As with most shows I watch, I watched the English dubbed version, which was created by Sentai Filmworks. I feel that Ushio & Tora is probably one of the best dubs they’ve produced over the last few years, with a wide range of cast members, including some recognisable names from Funimation dubs. Ushio Aotsuki is voiced by David Matranga (Wave in Akame Ga Kill). Ushio is a bit of a hot head and occasionally comes across as a bit of a jackass. However, towards the end of the series, he starts to tone down and becomes a bit more of a likeable character. Tora is voiced by Brett Weaver (Gunther in Attack on Titan), even though Tora repeatedly says he wants to eat Ushio and his friends, he does have a kind and caring side to him, especially when someone gives him hamburgers. Asako Nakamura, who is Ushio’s childhood friend and love interest, is voiced by Allison Sumrall (Miia in Monster Musume). Asako is very tomboyish and is always scolding Ushio whenever he messes up but is always the first one to help him when Tora isn’t around. Mayuko Inoue is a childhood friend of both Ushio and Asako, she is voiced by Luci Christian (Stella Vermillion in Chivalry of a Failed Knight), she also has feelings for Ushio, but knows that they both love each other, even if they won’t admit it, so she decides to support them both instead. She gets along well with Tora and is often able to defuse a situation by offering him food. Supporting cast members include John Swasey, Kira Vincent-Davis, David Wald, Brittney Karbowski and Emily Neves. Also, making a surprise appearance from Funimation are Ian Sinclair and Clifford Chapin. Credit is also due to Emily Neves, the writer for the show, for creating a great script.

Animation quality is another aspect where Ushio & Tora, stands out. The character designs of all the humans are all well thought out and you clearly see their emotions change to go along with the situation. What really impressed me the most was the designs of all the yōkai. Many different types of yōkai are used throughout the show, from small dog like appearances to a huge nine-tailed fox monster to a flying slime monster. The designs of all the yōkai are able to clearly represent the threat they pose to the characters. The season 1 opening theme is “Mazeru no Kiken” by Kinniku Shojo Tai which I didn’t really like, and found myself skipping each episode. “HERO” by Sonar Pocket and “Makeruna Chiisakimono yo” by Wakadanna are the ending themes for season 1. The 2nd season opening theme is “Shuugawari no Kiseki no Shinwa” by Kinniki Shojo Tai, this was a much better song than its first season counterpart. The ending theme is “Kessen Zen’ya” by Lunkhead. All in all, apart from the first opening theme I thought the soundtrack was good, and the OST played during action scenes was also on point.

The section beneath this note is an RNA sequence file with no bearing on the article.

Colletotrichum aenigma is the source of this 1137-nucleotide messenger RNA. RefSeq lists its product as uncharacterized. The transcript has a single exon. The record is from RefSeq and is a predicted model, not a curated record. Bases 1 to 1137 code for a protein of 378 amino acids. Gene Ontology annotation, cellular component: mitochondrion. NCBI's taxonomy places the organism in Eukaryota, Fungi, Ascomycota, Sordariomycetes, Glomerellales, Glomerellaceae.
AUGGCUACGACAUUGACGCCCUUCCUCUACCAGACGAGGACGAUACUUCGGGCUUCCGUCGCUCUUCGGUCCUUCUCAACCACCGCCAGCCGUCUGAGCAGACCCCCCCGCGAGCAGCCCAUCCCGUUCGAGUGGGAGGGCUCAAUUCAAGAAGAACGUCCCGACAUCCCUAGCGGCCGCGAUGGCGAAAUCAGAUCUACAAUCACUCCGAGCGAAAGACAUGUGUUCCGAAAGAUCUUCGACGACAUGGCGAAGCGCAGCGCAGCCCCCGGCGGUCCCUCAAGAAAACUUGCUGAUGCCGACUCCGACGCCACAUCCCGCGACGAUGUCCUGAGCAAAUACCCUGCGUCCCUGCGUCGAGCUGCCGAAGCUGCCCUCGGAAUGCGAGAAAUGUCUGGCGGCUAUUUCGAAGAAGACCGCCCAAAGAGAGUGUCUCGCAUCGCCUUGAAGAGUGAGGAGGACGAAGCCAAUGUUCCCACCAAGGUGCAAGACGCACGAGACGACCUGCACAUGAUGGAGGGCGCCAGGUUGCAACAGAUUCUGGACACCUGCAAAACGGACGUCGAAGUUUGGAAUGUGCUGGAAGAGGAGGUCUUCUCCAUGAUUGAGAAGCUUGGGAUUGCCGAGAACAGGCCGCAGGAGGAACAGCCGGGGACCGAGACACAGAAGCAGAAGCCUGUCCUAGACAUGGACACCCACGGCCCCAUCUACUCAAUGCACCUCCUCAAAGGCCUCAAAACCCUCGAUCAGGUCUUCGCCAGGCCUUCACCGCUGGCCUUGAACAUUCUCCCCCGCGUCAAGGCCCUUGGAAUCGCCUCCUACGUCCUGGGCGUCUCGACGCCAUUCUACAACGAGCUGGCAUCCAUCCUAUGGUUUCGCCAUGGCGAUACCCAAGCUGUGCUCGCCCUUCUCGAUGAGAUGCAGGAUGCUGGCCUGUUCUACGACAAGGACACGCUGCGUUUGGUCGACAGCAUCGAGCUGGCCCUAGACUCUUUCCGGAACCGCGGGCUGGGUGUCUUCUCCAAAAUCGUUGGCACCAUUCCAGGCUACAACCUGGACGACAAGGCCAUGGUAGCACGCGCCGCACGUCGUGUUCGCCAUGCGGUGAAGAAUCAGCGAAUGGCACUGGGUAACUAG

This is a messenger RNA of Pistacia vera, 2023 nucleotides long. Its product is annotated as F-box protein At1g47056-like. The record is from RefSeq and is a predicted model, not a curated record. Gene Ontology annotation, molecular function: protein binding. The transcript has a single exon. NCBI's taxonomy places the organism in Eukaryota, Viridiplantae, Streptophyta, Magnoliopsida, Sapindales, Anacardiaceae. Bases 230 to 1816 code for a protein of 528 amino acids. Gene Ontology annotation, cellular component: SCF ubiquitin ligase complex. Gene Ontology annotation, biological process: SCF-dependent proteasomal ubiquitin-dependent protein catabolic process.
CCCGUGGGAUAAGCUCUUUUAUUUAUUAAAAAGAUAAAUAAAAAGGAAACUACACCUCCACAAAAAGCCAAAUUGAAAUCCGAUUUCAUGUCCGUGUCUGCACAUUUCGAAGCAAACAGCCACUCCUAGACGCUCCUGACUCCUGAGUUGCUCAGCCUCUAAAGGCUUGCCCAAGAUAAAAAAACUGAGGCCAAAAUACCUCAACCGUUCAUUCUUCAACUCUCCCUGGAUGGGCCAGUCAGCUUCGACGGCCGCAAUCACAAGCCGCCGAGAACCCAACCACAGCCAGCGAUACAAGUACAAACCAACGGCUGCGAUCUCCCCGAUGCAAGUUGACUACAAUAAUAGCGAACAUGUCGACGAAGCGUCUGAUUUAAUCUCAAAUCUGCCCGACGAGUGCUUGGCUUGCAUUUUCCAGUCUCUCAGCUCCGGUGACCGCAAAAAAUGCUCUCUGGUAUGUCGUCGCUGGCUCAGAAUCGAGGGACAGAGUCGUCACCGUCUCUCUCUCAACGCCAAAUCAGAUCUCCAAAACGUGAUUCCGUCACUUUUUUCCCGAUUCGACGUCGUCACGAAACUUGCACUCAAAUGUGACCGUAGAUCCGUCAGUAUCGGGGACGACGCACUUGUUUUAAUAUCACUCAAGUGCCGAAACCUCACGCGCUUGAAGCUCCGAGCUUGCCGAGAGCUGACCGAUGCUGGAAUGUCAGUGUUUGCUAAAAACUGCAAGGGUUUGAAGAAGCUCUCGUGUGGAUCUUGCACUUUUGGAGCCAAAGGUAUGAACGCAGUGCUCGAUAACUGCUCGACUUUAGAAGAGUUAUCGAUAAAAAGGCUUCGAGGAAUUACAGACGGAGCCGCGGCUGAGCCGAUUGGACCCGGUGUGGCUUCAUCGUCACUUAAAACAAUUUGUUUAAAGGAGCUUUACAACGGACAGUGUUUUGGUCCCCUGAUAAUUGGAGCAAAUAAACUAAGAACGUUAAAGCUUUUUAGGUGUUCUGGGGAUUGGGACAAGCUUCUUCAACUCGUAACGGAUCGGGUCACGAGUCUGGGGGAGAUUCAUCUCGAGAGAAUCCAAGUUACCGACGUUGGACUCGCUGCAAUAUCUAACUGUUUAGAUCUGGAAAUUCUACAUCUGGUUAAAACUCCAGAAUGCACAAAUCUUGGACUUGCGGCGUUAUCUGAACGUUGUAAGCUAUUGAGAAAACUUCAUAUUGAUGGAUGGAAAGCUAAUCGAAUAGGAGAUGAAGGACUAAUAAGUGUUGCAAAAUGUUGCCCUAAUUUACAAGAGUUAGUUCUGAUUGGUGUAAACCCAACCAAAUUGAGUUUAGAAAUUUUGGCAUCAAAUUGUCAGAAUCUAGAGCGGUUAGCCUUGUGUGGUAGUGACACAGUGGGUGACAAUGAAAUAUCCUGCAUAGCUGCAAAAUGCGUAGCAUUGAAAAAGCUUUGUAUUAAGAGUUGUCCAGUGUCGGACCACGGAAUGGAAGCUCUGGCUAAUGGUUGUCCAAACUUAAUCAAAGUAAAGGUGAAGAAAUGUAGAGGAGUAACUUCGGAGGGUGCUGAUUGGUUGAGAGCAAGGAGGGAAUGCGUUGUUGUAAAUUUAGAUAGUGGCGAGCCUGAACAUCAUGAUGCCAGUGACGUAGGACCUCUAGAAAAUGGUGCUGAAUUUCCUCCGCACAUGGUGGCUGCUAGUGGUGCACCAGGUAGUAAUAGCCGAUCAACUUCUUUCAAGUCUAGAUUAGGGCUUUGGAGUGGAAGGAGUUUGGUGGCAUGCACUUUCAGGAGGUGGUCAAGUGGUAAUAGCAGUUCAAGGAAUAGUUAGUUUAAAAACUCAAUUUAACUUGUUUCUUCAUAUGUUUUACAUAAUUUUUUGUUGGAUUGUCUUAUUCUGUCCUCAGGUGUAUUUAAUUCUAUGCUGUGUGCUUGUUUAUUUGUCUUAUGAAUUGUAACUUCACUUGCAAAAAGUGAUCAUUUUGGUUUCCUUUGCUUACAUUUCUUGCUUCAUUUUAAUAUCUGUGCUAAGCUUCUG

Even with my criticism of the pacing of the episodes early on, Ushio & Tora is a great action series, which is able to blend good plot developments while still being able to have good action sequences. The interaction between the characters is also another point where Ushio & Tora stands out, all the characters play off each other really well, be it when they’re butting heads or are having a laugh with each other. With a good dub, a great soundtrack and an interesting story I highly recommend watching Ushio & Tora.

Review copy provided by Animatsu Entertainment